An envelope (also: envelope, envelope or envelope - outdated - ) is the shipping packaging a letter.
Originally letters were not packaged in separate envelopes, but only protected by folding or rolling and sealing against unauthorized access, since paper was a precious commodity. Later this process was increasingly costly and complex than a pre-assembled envelope for plugging and sealing of the letter from a business perspective. In today's correspondence envelopes are used almost exclusively to protect the contents, with the exception of direct mail.
Envelopes were first sold by the book and paper goods dealer SK Brewer in Brighton in 1820. He cut way around the envelopes with the aid of metal stencils. As a result of rapidly growing demand forgave Brewer 1835 the London firm Dobbs & Comp. the contract for the manufacture of envelopes as a mass product. The first machine for manufacture of envelopes derived from E. Hill and W. De La Rue, London, from the year 1844.
Envelope paper must be opaque, be writable, printable and faltfest. It is wood-free and wood-containing, one side smooth or satin, white and colored produced, but also recycled paper with the Blue Angel is employed. Lately reinforced FSC or PEFC papers are used for envelopes, whose pulp is derived from sustainable forestry. FSC Envelopes partly carry the logo of the WWF panda bear. There are also envelopes made of synthetic fibers, made of transparent or translucent film and envelopes from Papyrolin, a filament-reinforced material.
First, starting from the roll applied to the internal and external pressure of the envelope in the flexographic printing process. Thereafter, the envelope outline is stamped out, the windowing is performed including the Einklebens the window foil, after which the Seitenklappengummierung and then applying the Verschlussklappengummierung. After drying of the closure flap, the envelopes to be packed, and then packs the finished carton by means of robots on pallets. Modern envelope machines reach speeds of up to 1,600 envelopes / minute and can thus produce nearly 100,000 envelopes / hour. Such systems require an investment of more than € 2 million. Most important manufacturers of machines are the company W beer in Neuwied and the company Smith in the United States.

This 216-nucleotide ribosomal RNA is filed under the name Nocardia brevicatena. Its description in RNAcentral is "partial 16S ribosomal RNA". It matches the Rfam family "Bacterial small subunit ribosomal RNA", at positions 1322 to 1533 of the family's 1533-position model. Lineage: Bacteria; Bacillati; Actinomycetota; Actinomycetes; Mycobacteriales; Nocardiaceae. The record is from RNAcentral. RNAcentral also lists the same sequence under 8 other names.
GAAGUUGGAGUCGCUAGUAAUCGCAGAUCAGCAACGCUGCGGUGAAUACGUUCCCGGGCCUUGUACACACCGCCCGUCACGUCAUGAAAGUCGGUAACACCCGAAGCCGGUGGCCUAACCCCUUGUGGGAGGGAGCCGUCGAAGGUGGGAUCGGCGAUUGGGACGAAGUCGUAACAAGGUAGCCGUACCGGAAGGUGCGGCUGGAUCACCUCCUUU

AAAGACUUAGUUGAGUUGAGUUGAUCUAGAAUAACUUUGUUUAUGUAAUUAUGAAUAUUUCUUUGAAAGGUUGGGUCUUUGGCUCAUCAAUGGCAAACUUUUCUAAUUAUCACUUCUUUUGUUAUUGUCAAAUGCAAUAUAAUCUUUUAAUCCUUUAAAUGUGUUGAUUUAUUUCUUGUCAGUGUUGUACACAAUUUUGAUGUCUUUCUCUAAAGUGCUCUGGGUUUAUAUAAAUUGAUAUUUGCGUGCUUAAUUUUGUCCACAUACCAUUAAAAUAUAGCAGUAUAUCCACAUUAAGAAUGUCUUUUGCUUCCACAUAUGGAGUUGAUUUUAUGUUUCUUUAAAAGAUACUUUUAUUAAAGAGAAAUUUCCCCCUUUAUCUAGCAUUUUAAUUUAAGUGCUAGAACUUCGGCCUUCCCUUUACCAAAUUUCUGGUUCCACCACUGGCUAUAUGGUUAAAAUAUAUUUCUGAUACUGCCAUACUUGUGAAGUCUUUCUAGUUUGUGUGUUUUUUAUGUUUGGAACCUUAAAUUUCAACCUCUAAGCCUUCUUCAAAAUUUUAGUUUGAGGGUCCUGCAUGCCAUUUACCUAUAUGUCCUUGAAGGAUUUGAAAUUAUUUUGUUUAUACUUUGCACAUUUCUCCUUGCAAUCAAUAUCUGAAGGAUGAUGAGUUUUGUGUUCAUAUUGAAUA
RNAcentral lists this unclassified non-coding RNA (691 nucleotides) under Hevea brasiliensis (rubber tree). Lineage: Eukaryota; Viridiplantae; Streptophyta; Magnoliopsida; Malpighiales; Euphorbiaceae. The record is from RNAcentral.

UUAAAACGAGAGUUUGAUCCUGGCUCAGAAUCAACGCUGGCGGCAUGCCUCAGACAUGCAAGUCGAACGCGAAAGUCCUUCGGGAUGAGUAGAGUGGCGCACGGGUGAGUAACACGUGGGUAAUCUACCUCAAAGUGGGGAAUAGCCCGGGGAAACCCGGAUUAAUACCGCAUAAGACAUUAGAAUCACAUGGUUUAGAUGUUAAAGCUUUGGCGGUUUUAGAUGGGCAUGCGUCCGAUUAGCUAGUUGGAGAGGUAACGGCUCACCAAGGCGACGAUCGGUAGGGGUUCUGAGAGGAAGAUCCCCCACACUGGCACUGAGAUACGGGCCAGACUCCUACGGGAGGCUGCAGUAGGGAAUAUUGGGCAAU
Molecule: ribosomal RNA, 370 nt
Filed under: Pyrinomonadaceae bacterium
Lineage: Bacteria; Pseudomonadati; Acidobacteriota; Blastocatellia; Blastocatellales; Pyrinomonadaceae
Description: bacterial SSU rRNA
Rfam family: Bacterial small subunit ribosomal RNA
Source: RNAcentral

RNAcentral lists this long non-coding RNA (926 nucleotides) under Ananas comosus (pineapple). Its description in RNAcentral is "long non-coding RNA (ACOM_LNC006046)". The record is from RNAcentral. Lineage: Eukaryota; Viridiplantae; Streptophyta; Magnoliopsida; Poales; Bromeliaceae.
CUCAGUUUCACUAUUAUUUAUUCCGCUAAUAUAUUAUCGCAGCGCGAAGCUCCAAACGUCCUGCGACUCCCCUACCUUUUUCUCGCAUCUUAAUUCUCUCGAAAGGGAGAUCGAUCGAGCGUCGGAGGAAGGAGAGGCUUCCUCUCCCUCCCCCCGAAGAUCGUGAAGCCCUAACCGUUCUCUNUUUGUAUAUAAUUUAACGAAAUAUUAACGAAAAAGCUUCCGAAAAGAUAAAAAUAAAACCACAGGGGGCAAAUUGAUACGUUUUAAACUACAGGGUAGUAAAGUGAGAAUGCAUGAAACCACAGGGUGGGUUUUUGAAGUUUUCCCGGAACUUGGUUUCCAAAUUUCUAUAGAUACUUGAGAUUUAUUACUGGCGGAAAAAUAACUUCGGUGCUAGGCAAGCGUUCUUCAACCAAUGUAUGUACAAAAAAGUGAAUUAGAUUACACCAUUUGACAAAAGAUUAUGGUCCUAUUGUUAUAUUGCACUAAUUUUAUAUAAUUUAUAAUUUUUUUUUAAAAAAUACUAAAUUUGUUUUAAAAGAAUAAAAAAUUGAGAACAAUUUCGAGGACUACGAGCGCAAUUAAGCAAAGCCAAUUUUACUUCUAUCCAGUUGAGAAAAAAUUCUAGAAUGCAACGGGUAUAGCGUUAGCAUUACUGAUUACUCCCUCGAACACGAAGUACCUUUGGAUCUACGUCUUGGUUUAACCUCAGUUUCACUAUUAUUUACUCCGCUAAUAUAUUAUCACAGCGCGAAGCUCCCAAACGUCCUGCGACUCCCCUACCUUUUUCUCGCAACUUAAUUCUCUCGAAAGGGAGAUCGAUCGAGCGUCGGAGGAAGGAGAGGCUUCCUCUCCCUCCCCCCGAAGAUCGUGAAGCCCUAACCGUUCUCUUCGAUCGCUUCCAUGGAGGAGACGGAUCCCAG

Envelopes can be easily recycled. The paper used is a raw material for new recycled paper. The window film used are usually made of polystyrene. They are isolated deinking ( decolourisation) of waste paper and then also recycled or burned in the power plants of paper mills.
Envelopes are available in various standard sizes, defined in ISO 269 and DIN 678 largely based on existing paper formats:
Envelopes in the format C4 are produced not only in landscape mode, but also in portrait orientation.
For business letters on the paper size A4 are in Germany the envelope sizes DIN long (C5 / 6, DL) with manual filling, C6 / 5 for machine filling and C4 the most widespread. The C6 / 5 format is the format used in Germany by far the most common and is used as Kuvertierhüllen for automatic enveloping.
Private mail is also often sent in envelopes from C6 format, fit the postcards from the A6. Large and heavy filling material is often sent in bellow pockets with gussets and gusseted in the B5 formats to E4.
For dimensions of window envelopes there are several different standards.
BS 4264 defines the format for DL a 39 mm high and 93 mm wide viewing window, which is 53 mm from the top edge and 20 mm from the left margin.
From DIN 680 may occur according to format different distances of the viewing window from the top, so that a letter sheet according to DIN 5008 must be precisely folded to place the address field in the view window: